The sixth sense of an experienced clinician

I just didn’t like the looks of him.

It was the way he was breathing. I counted for a full minute: 24 breaths. (The ER would later document 40.) No accessory muscle use. Not even much coughing. He didn’t look overly anxious or uncomfortable, though he said he couldn’t breathe. No fever. No wheezing or other abnormal lung sounds on exam. No leg swelling or tenderness. Pulse ox 95% on room air (97% in the ER.) Not terrible for a non-smoker in his 60s. Not much to go on.

I was afraid he had a blood clot in his lungs. Pulmonary embolism (PE, for short.) Life-threatening if not caught. Fever, cough, chest pain, anxiety, and leg pain (clots in the leg can break off and go to the lungs) would have been suggestive signs. Then again, their absence didn’t rule it out by any means.

Here’s the kicker: He was already on coumadin, a blood thinner, and his INR was 2.9 the week before. He was therapeutically anticoagulated. Blood thinners are supposed to prevent blood clots. He couldn’t have a blood clot in his lungs if he was already on blood thinners, could he? What was going on?

Pneumonia? Possibly, but with no cough, fever, chest pain, or abnormal lung exam, it seemed less likely. Asthma? Even less likely with a normal exam.

I just didn’t like the looks of him.

So I called the ER and told them I was sending him over.

“Already on coumadin?” asked the nurse.

“Yep.”

“Therapeutic INR?”

“That’s right.”

“Hmph. Probably not a PE. But send him over; we’ll take care of him.”

Later that afternoon, the patient called me.

“I just wanted to say thank you,” he began.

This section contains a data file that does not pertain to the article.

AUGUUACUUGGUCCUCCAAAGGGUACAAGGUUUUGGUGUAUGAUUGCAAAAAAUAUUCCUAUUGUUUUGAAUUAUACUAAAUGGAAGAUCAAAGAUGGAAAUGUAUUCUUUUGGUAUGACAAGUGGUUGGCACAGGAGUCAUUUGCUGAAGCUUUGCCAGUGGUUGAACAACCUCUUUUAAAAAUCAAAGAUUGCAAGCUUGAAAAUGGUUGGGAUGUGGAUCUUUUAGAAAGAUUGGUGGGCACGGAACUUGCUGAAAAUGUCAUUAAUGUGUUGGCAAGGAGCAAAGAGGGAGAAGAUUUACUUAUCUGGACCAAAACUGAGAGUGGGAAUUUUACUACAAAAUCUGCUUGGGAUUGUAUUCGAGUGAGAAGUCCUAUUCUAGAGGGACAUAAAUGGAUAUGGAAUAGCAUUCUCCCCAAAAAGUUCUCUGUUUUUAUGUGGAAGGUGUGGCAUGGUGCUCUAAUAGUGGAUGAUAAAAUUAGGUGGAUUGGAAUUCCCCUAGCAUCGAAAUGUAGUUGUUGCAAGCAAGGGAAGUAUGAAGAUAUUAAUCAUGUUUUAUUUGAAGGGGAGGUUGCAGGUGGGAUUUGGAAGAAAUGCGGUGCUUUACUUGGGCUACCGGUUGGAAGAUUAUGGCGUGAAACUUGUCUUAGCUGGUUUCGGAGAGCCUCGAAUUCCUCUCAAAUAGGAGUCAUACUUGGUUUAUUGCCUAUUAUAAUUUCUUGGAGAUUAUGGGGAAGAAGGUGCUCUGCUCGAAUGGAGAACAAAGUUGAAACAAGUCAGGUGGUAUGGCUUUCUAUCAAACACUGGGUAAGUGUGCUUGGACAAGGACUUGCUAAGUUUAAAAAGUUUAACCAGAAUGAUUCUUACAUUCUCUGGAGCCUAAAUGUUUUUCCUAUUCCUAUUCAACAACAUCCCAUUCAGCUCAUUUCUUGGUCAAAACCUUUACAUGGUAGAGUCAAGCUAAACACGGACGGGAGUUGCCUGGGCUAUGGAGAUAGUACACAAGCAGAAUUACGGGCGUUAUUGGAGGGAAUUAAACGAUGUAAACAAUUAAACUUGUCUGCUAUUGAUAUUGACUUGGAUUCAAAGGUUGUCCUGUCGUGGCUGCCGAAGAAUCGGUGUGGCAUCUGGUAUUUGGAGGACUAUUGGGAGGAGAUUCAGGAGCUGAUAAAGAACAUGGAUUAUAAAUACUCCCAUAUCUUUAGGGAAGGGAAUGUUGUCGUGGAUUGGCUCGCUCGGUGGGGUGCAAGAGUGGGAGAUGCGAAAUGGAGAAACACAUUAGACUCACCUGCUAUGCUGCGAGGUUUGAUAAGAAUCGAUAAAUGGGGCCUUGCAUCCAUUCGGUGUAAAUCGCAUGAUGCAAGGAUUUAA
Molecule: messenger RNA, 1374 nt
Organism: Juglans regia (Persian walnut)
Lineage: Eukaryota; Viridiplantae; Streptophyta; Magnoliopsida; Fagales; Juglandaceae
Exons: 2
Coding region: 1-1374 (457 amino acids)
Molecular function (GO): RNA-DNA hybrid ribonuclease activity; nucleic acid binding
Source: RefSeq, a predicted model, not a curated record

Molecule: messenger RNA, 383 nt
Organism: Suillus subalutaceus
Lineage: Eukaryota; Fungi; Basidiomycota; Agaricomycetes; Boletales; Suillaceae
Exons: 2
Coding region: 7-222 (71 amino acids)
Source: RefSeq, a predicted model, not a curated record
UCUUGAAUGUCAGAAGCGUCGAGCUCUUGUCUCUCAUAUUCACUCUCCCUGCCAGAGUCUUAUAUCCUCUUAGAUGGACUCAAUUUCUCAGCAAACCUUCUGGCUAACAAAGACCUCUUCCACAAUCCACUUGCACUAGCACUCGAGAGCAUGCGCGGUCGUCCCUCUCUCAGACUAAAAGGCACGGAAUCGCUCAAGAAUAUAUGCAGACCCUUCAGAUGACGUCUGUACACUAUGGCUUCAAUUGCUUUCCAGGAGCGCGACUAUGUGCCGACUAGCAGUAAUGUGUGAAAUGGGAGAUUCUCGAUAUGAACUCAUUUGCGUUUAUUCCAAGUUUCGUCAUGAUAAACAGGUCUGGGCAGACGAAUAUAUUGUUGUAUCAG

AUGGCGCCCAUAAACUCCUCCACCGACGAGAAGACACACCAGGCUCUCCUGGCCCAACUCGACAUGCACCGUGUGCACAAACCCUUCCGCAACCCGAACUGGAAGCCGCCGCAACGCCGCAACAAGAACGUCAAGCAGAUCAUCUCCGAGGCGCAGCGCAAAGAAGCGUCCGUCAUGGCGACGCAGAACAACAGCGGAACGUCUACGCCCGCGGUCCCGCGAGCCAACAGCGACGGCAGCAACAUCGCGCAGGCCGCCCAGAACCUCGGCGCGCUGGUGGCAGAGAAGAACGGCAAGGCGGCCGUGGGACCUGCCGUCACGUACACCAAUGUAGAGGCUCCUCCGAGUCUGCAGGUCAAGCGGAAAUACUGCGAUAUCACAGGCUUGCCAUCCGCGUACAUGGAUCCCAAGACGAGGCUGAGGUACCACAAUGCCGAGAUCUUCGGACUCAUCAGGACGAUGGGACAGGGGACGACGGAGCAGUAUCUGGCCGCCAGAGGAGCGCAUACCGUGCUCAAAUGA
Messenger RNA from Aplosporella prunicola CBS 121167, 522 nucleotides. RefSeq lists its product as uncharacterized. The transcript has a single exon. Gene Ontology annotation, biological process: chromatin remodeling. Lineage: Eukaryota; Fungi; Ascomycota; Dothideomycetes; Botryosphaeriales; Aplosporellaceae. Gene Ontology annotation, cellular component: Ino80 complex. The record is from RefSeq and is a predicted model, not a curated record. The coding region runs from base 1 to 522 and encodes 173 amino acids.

He had been admitted to the ICU with numerous blood clots in both lungs. The only other thing they could find was a little non-occlusive deep vein thrombosis in one of his popliteal veins; the kind that don’t typically break off and to to the lungs (especially when already on blood thinners.) The hematologist was stumped.

But he was alive. Which he probably would not have been if he had continued sitting at home, hoping to feel better, as he had told me he was his original plan.

That was a save. Based primarily on that sixth sense of the experienced clinician: I just didn’t like the looks of him.

Lucy Hornstein is a family physician who blogs at Musings of a Dinosaur, and is the author of Declarations of a Dinosaur: 10 Laws I’ve Learned as a Family Doctor.

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  • http://www.ronsmithmd.com/ Ron Smith

    Hi, Lucy.

    Good article. I can’t tell you how many times in thirty years that I felt and acted on instinct or just that bad feeling when it has paid off. This is what I don’t know how to teach new physicians.

    There are of course times when things didn’t pan out. And I was glad that my worst thoughts didn’t come to fruition.

    Warmest regards,

    Ron Smith, MD
    www (adot) ronsmithmd (adot) com

  • medicontheedge

    Gut instincts have saved many lives. That nagging feeling, the little flashing light in the way back of your brain that says something just isn’t right. That comes with experience!

  • Gaspere (Gus) Geraci

    Can’t agree more. but it’s why physicians with experience can trump the youngsters.

  • David Gelber MD

    Knowing when a patient doesn’t look right is a talent that comes with experience and always being prepared for the worst. I can’t count the number of times I’ve sent patients to the hospital because they didn;t look right and found they had serious, often life threatening conditions.
    Excellent article.

  • rbthe4th2

    Hmmm this is a sort of half and half. I had an experienced doc blow a couple of calls, and he was a “look at you only” type of guy. I had another doctor hit the nail on the head with about 3 years less experience but rarely ever did he make a booboo.
    Maybe knowing the patient and trusting them helped?